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I have a mobile data plan of 2 GBs. When I exceed it, I always get redirected to the network operator's website when I trying to load an URL. For some reason Telegram(Android app only, Desktop app doesn't go through) works without any problem or restriction. I can send and receive texts, audio messages and pictures.

My question is how does Telegam (or a similar app) goes through the block.

When inspecting Chrome Dev. console's network tab every website throws an HTTP 302 Moved Temporarily status code, and I get redirected to the network OP's site. I verified that Telegram works on HTTP 1.1/TCP port 80.

Additionally, is it a bug in network op's software? Is it legal to use although my data plan is exceeded? I'm curious.

The browsing and traffic of other apps are totally blocked, so it's not about that my data plan just got slowed down. And in my country there is no law for enabling some data traffic for emergency text, at least not over data plan. Also my network operator hasn't advertised free network traffic for Telegram, like other network operators for facebook or etc..

I tried reviewing my network traffic with Wireshark but there was no main difference in the packets of Telegram and Chrome's packets. I also started to search after some connection techniques in Telegram's code(it's on github) but it has a really huge code base.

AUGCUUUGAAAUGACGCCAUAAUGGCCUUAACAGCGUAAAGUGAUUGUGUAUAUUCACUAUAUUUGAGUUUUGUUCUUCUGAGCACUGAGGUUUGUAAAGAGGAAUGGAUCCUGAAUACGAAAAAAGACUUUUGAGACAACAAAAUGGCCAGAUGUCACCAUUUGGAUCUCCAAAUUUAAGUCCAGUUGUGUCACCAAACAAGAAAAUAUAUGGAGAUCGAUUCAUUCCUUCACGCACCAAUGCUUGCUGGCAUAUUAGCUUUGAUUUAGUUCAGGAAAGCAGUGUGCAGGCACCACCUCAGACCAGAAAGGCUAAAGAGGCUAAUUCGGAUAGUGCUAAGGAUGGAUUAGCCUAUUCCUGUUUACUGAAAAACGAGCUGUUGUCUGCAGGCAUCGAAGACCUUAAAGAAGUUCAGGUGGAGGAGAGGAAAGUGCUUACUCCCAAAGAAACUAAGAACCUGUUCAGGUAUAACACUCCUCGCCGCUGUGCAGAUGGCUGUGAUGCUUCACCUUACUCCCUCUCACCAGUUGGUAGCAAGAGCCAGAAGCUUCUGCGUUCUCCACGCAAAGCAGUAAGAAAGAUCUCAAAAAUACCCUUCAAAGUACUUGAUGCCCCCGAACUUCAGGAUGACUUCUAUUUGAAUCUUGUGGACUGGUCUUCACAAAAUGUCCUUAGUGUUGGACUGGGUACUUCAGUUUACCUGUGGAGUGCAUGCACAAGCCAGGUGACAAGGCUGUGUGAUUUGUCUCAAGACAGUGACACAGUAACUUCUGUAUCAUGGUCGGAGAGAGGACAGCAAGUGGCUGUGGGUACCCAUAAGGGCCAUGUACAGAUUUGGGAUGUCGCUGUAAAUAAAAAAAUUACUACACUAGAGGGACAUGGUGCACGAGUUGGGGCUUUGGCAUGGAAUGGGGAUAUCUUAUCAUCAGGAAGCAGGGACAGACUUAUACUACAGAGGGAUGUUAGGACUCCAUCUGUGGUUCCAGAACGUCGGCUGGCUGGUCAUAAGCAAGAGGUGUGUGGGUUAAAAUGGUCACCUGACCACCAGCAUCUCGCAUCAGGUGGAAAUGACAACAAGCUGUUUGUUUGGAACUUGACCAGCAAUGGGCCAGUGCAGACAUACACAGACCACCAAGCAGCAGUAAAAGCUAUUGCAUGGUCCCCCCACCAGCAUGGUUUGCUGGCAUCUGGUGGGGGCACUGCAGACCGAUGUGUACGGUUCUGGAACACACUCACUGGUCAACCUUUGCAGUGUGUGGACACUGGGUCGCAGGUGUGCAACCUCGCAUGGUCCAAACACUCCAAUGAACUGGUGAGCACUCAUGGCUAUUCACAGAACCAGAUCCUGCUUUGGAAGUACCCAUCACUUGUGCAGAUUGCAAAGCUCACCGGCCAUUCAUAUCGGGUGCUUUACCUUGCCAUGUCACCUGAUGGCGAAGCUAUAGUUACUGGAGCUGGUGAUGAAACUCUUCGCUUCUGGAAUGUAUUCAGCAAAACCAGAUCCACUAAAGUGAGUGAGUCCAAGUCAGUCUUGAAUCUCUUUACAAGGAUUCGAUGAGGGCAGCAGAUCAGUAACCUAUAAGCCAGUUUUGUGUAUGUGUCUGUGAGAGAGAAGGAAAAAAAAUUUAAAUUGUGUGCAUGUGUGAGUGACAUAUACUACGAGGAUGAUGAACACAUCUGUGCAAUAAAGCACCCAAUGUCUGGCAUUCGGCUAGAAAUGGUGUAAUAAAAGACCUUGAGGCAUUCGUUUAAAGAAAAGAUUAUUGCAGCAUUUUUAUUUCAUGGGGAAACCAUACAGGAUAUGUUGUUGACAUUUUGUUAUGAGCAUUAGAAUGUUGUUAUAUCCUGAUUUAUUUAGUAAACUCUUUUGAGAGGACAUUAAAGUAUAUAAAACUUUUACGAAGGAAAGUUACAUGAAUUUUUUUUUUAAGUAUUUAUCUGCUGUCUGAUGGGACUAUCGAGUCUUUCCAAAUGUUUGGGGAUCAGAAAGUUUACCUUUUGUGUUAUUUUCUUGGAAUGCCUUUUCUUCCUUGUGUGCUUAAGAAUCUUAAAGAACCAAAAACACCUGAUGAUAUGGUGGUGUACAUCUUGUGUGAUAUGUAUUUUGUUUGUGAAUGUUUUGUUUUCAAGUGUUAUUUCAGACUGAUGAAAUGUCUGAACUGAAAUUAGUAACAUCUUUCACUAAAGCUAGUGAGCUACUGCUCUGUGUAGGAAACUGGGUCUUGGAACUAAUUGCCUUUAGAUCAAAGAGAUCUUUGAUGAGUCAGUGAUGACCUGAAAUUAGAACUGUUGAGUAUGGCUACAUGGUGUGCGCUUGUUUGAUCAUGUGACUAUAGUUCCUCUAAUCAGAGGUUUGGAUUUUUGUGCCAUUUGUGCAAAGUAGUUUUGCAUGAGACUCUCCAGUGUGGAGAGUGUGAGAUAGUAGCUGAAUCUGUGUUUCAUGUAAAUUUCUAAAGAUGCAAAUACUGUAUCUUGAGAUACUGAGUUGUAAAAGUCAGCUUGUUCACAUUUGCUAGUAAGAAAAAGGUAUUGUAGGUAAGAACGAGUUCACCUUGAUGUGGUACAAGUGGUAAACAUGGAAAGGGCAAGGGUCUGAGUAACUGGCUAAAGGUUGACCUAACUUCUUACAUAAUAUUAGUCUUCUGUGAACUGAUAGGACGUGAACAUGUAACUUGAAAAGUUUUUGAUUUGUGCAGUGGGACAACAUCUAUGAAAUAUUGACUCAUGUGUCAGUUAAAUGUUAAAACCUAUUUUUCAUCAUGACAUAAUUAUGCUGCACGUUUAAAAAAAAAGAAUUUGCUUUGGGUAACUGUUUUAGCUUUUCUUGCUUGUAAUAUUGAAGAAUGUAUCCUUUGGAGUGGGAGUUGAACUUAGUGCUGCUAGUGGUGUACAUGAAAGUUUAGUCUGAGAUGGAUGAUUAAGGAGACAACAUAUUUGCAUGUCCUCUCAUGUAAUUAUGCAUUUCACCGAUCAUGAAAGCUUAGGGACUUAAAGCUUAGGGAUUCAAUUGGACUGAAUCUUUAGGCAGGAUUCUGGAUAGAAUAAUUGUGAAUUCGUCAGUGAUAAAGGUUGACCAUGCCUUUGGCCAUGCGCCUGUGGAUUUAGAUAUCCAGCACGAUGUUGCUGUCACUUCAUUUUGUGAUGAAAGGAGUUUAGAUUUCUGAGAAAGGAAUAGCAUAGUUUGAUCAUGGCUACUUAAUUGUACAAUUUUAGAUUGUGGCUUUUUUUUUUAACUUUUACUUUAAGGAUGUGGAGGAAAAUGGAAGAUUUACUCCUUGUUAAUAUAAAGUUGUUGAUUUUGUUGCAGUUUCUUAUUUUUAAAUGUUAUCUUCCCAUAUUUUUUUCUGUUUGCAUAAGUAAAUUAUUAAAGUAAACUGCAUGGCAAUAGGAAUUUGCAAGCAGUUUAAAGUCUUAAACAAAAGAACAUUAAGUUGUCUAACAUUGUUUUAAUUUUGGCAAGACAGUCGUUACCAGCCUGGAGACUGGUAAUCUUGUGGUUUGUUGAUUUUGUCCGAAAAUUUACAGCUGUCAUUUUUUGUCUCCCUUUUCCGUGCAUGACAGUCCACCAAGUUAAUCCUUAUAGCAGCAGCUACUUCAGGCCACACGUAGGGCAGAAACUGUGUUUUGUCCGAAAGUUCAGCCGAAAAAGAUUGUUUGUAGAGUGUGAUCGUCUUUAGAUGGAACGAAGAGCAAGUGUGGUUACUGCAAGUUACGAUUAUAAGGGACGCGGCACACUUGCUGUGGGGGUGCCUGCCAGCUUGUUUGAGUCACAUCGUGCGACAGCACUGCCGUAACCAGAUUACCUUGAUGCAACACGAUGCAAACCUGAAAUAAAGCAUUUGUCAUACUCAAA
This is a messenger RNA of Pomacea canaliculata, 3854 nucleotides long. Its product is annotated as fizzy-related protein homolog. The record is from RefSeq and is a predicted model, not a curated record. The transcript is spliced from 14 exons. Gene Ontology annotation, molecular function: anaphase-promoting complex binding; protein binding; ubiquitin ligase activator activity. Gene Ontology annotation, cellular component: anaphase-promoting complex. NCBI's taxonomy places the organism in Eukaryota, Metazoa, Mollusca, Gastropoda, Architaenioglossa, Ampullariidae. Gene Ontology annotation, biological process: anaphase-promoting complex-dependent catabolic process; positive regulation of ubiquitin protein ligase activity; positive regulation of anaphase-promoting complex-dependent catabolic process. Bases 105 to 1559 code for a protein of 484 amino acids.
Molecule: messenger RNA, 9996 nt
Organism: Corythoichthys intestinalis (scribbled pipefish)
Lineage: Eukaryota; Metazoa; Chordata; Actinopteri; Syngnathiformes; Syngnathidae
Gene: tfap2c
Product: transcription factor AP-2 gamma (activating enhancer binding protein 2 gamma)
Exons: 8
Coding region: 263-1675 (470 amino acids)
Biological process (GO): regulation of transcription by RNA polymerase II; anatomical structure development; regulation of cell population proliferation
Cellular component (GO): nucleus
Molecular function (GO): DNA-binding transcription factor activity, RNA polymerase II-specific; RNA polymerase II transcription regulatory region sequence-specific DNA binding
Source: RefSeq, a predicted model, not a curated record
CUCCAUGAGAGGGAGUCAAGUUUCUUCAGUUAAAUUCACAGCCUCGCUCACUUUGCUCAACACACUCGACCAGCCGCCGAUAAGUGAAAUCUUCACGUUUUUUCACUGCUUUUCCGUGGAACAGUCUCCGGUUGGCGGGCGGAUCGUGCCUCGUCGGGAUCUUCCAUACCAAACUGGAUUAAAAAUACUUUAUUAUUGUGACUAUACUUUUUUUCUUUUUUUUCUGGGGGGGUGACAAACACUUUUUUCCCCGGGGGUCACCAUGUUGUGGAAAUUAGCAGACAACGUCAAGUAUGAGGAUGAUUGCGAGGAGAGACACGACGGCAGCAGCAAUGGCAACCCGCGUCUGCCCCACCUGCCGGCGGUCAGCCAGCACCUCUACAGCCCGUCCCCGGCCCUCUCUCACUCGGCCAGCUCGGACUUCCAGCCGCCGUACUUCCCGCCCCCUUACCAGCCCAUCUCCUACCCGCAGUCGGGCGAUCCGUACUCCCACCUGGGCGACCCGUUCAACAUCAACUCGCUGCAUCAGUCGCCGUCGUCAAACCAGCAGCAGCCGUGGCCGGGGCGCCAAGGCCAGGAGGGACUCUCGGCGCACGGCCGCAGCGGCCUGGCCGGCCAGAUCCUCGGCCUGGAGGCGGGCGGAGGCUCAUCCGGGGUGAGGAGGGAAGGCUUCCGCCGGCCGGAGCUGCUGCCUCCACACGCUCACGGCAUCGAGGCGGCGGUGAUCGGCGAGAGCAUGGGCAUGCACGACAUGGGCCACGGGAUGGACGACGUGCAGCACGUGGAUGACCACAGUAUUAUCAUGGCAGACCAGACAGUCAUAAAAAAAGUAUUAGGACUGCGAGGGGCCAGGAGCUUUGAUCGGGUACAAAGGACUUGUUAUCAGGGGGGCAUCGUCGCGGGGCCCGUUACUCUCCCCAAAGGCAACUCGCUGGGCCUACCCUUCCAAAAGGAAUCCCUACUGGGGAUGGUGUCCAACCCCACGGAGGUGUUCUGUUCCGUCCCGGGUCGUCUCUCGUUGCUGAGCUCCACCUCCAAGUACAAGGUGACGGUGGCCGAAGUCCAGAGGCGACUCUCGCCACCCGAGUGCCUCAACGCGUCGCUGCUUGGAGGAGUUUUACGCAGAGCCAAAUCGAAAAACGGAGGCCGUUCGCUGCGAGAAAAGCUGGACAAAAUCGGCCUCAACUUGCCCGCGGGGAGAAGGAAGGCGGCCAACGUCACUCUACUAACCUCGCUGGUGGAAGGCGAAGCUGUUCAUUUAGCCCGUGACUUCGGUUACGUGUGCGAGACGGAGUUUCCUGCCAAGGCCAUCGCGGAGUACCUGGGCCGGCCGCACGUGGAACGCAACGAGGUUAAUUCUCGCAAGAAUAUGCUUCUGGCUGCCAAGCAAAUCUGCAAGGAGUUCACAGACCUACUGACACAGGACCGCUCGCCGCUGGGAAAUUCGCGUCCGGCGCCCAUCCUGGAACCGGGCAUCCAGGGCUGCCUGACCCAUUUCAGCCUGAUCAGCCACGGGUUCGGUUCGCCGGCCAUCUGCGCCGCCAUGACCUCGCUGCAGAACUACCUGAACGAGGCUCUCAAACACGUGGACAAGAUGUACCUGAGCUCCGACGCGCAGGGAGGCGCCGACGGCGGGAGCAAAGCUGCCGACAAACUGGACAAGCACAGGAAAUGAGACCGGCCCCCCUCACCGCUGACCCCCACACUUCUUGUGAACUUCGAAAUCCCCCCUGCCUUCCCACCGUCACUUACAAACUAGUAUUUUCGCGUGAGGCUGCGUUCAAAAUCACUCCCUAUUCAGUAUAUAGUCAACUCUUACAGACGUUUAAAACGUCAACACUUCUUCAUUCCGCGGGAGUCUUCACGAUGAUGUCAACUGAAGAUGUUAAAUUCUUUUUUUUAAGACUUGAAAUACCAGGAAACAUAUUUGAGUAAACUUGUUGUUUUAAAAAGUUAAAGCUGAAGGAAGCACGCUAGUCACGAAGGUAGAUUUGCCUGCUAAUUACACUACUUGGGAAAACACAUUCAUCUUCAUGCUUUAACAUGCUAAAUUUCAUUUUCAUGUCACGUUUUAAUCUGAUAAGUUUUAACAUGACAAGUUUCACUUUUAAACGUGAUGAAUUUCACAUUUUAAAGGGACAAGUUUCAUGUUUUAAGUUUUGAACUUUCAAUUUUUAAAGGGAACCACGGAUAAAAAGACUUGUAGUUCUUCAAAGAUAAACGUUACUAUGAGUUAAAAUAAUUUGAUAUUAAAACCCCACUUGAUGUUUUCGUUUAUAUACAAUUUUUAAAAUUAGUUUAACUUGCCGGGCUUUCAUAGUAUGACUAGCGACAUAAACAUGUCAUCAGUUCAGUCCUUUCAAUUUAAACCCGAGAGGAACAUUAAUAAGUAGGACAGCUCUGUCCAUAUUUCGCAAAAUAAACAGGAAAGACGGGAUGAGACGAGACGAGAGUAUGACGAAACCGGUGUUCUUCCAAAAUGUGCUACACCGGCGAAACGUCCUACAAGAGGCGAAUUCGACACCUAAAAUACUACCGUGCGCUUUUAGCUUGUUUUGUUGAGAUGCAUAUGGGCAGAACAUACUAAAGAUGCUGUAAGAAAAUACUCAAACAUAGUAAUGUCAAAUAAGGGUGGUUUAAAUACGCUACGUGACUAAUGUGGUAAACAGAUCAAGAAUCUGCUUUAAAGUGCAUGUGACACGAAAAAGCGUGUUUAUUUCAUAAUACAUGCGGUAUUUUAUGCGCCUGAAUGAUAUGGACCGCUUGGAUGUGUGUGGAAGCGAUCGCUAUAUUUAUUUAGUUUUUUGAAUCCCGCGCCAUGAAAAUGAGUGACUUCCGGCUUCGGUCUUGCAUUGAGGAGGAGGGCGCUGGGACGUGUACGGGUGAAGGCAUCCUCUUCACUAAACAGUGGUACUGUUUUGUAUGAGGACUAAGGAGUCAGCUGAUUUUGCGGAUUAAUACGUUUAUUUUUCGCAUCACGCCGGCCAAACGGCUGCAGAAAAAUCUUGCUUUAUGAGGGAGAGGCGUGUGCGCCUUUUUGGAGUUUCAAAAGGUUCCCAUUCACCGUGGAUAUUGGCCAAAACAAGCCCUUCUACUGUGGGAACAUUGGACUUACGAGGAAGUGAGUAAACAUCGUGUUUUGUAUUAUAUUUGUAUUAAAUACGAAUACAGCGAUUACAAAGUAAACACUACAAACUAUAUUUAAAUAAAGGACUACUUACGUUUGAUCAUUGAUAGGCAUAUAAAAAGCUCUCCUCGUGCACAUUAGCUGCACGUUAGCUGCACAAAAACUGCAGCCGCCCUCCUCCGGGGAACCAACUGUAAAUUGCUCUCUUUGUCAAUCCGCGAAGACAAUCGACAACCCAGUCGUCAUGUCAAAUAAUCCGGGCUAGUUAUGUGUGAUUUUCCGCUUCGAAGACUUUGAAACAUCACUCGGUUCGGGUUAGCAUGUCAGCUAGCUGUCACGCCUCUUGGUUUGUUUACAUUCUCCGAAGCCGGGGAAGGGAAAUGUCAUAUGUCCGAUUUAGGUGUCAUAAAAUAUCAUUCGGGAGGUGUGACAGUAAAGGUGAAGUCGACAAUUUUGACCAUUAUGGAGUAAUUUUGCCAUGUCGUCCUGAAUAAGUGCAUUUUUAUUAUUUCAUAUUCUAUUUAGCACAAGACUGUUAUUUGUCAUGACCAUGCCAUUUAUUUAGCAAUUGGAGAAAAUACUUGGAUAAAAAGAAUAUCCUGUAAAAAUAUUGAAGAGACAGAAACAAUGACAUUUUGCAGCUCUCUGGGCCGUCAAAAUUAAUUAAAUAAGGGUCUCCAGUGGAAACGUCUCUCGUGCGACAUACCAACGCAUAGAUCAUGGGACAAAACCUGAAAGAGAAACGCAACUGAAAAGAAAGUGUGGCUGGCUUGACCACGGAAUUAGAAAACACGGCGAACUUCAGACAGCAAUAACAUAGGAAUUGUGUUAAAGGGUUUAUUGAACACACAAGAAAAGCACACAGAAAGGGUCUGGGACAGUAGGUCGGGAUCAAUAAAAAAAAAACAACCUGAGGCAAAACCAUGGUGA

I also noticed this behavior with Skype last year, but now it doesn't seem to connect.

closed as off-topic by Guntram Blohm, NirIzr, perror, blabb, peter ferrie Aug 26 '16 at 18:01

  • This question does not appear to be about reverse engineering within the scope defined in the help center.
If this question can be reworded to fit the rules in the help center, please edit the question.

  • 4
    I'm voting to close this question as off-topic because it is about network management, not reverse engineering. – Guntram Blohm Aug 20 '16 at 21:07
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One of the ways to block unauthorized internet access in similar kiosks is by implementing a DNS redirection. Responding to any DNS request with the same server, and having that server redirect you to the "exceeded data plan" with 302 Moved Temporarily HTTP response.

This can be validated by accessing an IP directly instead of a domain name, and might be what Telegram is doing.

Another method often used could be directly spoofing the HTTP response with a 302 Moved Temporarily response. This usually works when accessing websites using the http:// protocol. While most websites will redirect you to the https:// URL the connection starts unencrypted and that's a nice opening to hijack it. Telegram might be doing it for security reasons.

This can be validated by accessing the https:// URL of any website.

The third option is communicating at a level lower than HTTP, thus bypassing the redirection completely. Telegram may be using something more raw as a backup option for when HTTP fails when communicating with its servers, or may use some kind of peer-to-peer communication to use other users as proxies when internet is not directly available.

I can't think of a simple way to validate that idea.

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